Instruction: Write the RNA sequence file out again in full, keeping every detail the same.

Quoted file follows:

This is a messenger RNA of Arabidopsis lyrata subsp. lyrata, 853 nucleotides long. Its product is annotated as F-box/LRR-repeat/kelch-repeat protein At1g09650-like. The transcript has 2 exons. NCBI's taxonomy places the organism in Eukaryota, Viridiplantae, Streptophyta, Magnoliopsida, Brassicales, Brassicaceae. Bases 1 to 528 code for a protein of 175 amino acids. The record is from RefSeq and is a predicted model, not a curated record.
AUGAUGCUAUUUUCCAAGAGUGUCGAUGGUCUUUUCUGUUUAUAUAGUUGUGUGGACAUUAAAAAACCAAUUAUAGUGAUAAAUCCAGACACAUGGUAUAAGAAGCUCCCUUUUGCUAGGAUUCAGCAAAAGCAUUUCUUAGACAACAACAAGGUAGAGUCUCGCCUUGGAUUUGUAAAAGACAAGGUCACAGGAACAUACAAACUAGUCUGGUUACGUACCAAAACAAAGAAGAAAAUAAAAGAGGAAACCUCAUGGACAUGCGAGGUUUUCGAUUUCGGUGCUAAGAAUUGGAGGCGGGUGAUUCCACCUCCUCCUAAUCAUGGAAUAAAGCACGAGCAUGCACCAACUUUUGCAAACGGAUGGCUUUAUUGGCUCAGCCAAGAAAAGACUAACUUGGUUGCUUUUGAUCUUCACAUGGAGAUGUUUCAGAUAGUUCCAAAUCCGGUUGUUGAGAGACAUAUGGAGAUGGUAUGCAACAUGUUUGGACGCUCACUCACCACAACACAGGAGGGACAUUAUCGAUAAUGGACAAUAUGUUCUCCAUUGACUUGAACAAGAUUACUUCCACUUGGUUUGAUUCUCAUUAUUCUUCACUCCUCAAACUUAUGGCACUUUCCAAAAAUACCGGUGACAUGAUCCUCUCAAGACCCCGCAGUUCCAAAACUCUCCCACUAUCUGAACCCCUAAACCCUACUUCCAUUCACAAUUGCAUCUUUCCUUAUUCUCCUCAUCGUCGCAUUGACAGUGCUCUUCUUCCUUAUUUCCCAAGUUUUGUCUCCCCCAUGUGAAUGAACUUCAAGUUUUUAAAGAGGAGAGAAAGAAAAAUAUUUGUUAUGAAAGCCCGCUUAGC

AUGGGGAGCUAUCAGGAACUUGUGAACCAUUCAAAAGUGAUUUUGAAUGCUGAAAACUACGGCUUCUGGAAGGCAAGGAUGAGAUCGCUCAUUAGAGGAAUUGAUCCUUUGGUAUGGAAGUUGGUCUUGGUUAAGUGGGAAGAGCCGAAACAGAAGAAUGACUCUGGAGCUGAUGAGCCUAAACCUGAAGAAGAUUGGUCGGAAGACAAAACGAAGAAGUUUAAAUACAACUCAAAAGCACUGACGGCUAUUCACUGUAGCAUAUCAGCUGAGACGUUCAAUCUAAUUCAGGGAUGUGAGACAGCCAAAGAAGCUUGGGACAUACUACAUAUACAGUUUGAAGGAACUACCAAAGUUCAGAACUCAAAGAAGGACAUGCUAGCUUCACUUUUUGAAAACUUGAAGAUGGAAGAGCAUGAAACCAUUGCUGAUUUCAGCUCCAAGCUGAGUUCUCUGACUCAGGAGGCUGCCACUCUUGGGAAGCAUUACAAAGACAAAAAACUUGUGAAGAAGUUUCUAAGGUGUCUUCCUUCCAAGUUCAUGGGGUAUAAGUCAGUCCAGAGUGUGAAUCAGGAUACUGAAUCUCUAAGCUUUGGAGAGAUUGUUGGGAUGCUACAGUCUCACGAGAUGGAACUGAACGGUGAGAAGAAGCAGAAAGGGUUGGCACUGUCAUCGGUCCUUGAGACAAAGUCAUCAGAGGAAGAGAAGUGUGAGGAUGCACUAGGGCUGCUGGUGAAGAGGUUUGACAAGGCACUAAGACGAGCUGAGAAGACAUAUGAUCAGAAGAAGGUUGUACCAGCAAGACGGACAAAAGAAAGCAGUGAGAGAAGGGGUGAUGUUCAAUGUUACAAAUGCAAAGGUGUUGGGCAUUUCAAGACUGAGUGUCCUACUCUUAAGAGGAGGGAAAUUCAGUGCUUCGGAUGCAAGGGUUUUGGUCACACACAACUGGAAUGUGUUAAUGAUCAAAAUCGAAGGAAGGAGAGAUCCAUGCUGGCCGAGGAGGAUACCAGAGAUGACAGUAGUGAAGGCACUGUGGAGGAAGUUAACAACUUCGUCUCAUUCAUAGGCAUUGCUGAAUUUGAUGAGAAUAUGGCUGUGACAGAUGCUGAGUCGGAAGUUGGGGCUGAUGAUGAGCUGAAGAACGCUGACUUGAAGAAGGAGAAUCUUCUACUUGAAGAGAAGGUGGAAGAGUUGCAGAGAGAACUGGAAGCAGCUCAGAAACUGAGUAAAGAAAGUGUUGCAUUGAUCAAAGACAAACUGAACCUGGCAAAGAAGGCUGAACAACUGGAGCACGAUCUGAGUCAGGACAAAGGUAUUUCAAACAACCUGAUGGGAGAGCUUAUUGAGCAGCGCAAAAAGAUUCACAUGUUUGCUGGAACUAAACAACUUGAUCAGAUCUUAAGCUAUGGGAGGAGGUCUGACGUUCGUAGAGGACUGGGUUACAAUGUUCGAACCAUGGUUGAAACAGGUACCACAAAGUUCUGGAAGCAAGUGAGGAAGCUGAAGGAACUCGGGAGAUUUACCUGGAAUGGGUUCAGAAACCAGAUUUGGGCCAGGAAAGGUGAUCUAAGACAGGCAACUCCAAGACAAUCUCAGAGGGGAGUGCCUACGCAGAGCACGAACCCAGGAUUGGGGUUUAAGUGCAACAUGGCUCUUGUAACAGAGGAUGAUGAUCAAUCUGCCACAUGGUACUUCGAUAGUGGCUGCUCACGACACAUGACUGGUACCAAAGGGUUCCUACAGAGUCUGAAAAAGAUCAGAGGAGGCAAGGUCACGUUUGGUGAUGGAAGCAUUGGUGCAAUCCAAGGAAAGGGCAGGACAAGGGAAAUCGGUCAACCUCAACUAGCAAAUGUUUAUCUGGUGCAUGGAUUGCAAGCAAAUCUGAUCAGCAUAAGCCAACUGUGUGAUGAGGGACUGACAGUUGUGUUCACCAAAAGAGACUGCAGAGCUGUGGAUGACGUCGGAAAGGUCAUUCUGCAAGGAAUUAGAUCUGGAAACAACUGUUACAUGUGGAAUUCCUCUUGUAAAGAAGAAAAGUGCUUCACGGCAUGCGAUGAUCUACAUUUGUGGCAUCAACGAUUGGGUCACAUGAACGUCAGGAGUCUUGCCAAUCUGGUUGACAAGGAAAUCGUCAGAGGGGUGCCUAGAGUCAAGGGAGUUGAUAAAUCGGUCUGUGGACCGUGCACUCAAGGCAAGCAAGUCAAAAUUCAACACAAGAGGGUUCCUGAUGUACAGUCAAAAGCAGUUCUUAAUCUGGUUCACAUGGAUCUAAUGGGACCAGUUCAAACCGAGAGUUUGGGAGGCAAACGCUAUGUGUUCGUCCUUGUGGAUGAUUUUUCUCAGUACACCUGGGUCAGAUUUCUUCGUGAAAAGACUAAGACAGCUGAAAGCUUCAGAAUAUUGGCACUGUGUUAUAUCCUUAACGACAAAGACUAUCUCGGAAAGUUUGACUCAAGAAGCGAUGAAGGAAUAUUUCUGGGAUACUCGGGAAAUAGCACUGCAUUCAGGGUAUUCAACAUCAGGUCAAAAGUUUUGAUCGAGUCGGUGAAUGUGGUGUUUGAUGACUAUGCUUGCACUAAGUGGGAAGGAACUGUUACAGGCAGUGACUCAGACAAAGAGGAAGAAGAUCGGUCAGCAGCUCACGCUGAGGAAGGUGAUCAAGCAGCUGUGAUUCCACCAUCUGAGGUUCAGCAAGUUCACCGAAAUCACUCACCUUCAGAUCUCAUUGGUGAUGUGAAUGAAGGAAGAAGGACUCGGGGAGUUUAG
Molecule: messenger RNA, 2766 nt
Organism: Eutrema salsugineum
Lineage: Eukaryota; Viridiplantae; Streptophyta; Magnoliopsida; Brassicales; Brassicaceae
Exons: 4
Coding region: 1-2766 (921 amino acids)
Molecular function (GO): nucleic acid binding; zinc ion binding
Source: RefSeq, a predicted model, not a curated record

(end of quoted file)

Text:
This is a messenger RNA of Arabidopsis lyrata subsp. lyrata, 853 nucleotides long. Its product is annotated as F-box/LRR-repeat/kelch-repeat protein At1g09650-like. The transcript has 2 exons. NCBI's taxonomy places the organism in Eukaryota, Viridiplantae, Streptophyta, Magnoliopsida, Brassicales, Brassicaceae. Bases 1 to 528 code for a protein of 175 amino acids. The record is from RefSeq and is a predicted model, not a curated record.
AUGAUGCUAUUUUCCAAGAGUGUCGAUGGUCUUUUCUGUUUAUAUAGUUGUGUGGACAUUAAAAAACCAAUUAUAGUGAUAAAUCCAGACACAUGGUAUAAGAAGCUCCCUUUUGCUAGGAUUCAGCAAAAGCAUUUCUUAGACAACAACAAGGUAGAGUCUCGCCUUGGAUUUGUAAAAGACAAGGUCACAGGAACAUACAAACUAGUCUGGUUACGUACCAAAACAAAGAAGAAAAUAAAAGAGGAAACCUCAUGGACAUGCGAGGUUUUCGAUUUCGGUGCUAAGAAUUGGAGGCGGGUGAUUCCACCUCCUCCUAAUCAUGGAAUAAAGCACGAGCAUGCACCAACUUUUGCAAACGGAUGGCUUUAUUGGCUCAGCCAAGAAAAGACUAACUUGGUUGCUUUUGAUCUUCACAUGGAGAUGUUUCAGAUAGUUCCAAAUCCGGUUGUUGAGAGACAUAUGGAGAUGGUAUGCAACAUGUUUGGACGCUCACUCACCACAACACAGGAGGGACAUUAUCGAUAAUGGACAAUAUGUUCUCCAUUGACUUGAACAAGAUUACUUCCACUUGGUUUGAUUCUCAUUAUUCUUCACUCCUCAAACUUAUGGCACUUUCCAAAAAUACCGGUGACAUGAUCCUCUCAAGACCCCGCAGUUCCAAAACUCUCCCACUAUCUGAACCCCUAAACCCUACUUCCAUUCACAAUUGCAUCUUUCCUUAUUCUCCUCAUCGUCGCAUUGACAGUGCUCUUCUUCCUUAUUUCCCAAGUUUUGUCUCCCCCAUGUGAAUGAACUUCAAGUUUUUAAAGAGGAGAGAAAGAAAAAUAUUUGUUAUGAAAGCCCGCUUAGC

AUGGGGAGCUAUCAGGAACUUGUGAACCAUUCAAAAGUGAUUUUGAAUGCUGAAAACUACGGCUUCUGGAAGGCAAGGAUGAGAUCGCUCAUUAGAGGAAUUGAUCCUUUGGUAUGGAAGUUGGUCUUGGUUAAGUGGGAAGAGCCGAAACAGAAGAAUGACUCUGGAGCUGAUGAGCCUAAACCUGAAGAAGAUUGGUCGGAAGACAAAACGAAGAAGUUUAAAUACAACUCAAAAGCACUGACGGCUAUUCACUGUAGCAUAUCAGCUGAGACGUUCAAUCUAAUUCAGGGAUGUGAGACAGCCAAAGAAGCUUGGGACAUACUACAUAUACAGUUUGAAGGAACUACCAAAGUUCAGAACUCAAAGAAGGACAUGCUAGCUUCACUUUUUGAAAACUUGAAGAUGGAAGAGCAUGAAACCAUUGCUGAUUUCAGCUCCAAGCUGAGUUCUCUGACUCAGGAGGCUGCCACUCUUGGGAAGCAUUACAAAGACAAAAAACUUGUGAAGAAGUUUCUAAGGUGUCUUCCUUCCAAGUUCAUGGGGUAUAAGUCAGUCCAGAGUGUGAAUCAGGAUACUGAAUCUCUAAGCUUUGGAGAGAUUGUUGGGAUGCUACAGUCUCACGAGAUGGAACUGAACGGUGAGAAGAAGCAGAAAGGGUUGGCACUGUCAUCGGUCCUUGAGACAAAGUCAUCAGAGGAAGAGAAGUGUGAGGAUGCACUAGGGCUGCUGGUGAAGAGGUUUGACAAGGCACUAAGACGAGCUGAGAAGACAUAUGAUCAGAAGAAGGUUGUACCAGCAAGACGGACAAAAGAAAGCAGUGAGAGAAGGGGUGAUGUUCAAUGUUACAAAUGCAAAGGUGUUGGGCAUUUCAAGACUGAGUGUCCUACUCUUAAGAGGAGGGAAAUUCAGUGCUUCGGAUGCAAGGGUUUUGGUCACACACAACUGGAAUGUGUUAAUGAUCAAAAUCGAAGGAAGGAGAGAUCCAUGCUGGCCGAGGAGGAUACCAGAGAUGACAGUAGUGAAGGCACUGUGGAGGAAGUUAACAACUUCGUCUCAUUCAUAGGCAUUGCUGAAUUUGAUGAGAAUAUGGCUGUGACAGAUGCUGAGUCGGAAGUUGGGGCUGAUGAUGAGCUGAAGAACGCUGACUUGAAGAAGGAGAAUCUUCUACUUGAAGAGAAGGUGGAAGAGUUGCAGAGAGAACUGGAAGCAGCUCAGAAACUGAGUAAAGAAAGUGUUGCAUUGAUCAAAGACAAACUGAACCUGGCAAAGAAGGCUGAACAACUGGAGCACGAUCUGAGUCAGGACAAAGGUAUUUCAAACAACCUGAUGGGAGAGCUUAUUGAGCAGCGCAAAAAGAUUCACAUGUUUGCUGGAACUAAACAACUUGAUCAGAUCUUAAGCUAUGGGAGGAGGUCUGACGUUCGUAGAGGACUGGGUUACAAUGUUCGAACCAUGGUUGAAACAGGUACCACAAAGUUCUGGAAGCAAGUGAGGAAGCUGAAGGAACUCGGGAGAUUUACCUGGAAUGGGUUCAGAAACCAGAUUUGGGCCAGGAAAGGUGAUCUAAGACAGGCAACUCCAAGACAAUCUCAGAGGGGAGUGCCUACGCAGAGCACGAACCCAGGAUUGGGGUUUAAGUGCAACAUGGCUCUUGUAACAGAGGAUGAUGAUCAAUCUGCCACAUGGUACUUCGAUAGUGGCUGCUCACGACACAUGACUGGUACCAAAGGGUUCCUACAGAGUCUGAAAAAGAUCAGAGGAGGCAAGGUCACGUUUGGUGAUGGAAGCAUUGGUGCAAUCCAAGGAAAGGGCAGGACAAGGGAAAUCGGUCAACCUCAACUAGCAAAUGUUUAUCUGGUGCAUGGAUUGCAAGCAAAUCUGAUCAGCAUAAGCCAACUGUGUGAUGAGGGACUGACAGUUGUGUUCACCAAAAGAGACUGCAGAGCUGUGGAUGACGUCGGAAAGGUCAUUCUGCAAGGAAUUAGAUCUGGAAACAACUGUUACAUGUGGAAUUCCUCUUGUAAAGAAGAAAAGUGCUUCACGGCAUGCGAUGAUCUACAUUUGUGGCAUCAACGAUUGGGUCACAUGAACGUCAGGAGUCUUGCCAAUCUGGUUGACAAGGAAAUCGUCAGAGGGGUGCCUAGAGUCAAGGGAGUUGAUAAAUCGGUCUGUGGACCGUGCACUCAAGGCAAGCAAGUCAAAAUUCAACACAAGAGGGUUCCUGAUGUACAGUCAAAAGCAGUUCUUAAUCUGGUUCACAUGGAUCUAAUGGGACCAGUUCAAACCGAGAGUUUGGGAGGCAAACGCUAUGUGUUCGUCCUUGUGGAUGAUUUUUCUCAGUACACCUGGGUCAGAUUUCUUCGUGAAAAGACUAAGACAGCUGAAAGCUUCAGAAUAUUGGCACUGUGUUAUAUCCUUAACGACAAAGACUAUCUCGGAAAGUUUGACUCAAGAAGCGAUGAAGGAAUAUUUCUGGGAUACUCGGGAAAUAGCACUGCAUUCAGGGUAUUCAACAUCAGGUCAAAAGUUUUGAUCGAGUCGGUGAAUGUGGUGUUUGAUGACUAUGCUUGCACUAAGUGGGAAGGAACUGUUACAGGCAGUGACUCAGACAAAGAGGAAGAAGAUCGGUCAGCAGCUCACGCUGAGGAAGGUGAUCAAGCAGCUGUGAUUCCACCAUCUGAGGUUCAGCAAGUUCACCGAAAUCACUCACCUUCAGAUCUCAUUGGUGAUGUGAAUGAAGGAAGAAGGACUCGGGGAGUUUAG
Molecule: messenger RNA, 2766 nt
Organism: Eutrema salsugineum
Lineage: Eukaryota; Viridiplantae; Streptophyta; Magnoliopsida; Brassicales; Brassicaceae
Exons: 4
Coding region: 1-2766 (921 amino acids)
Molecular function (GO): nucleic acid binding; zinc ion binding
Source: RefSeq, a predicted model, not a curated record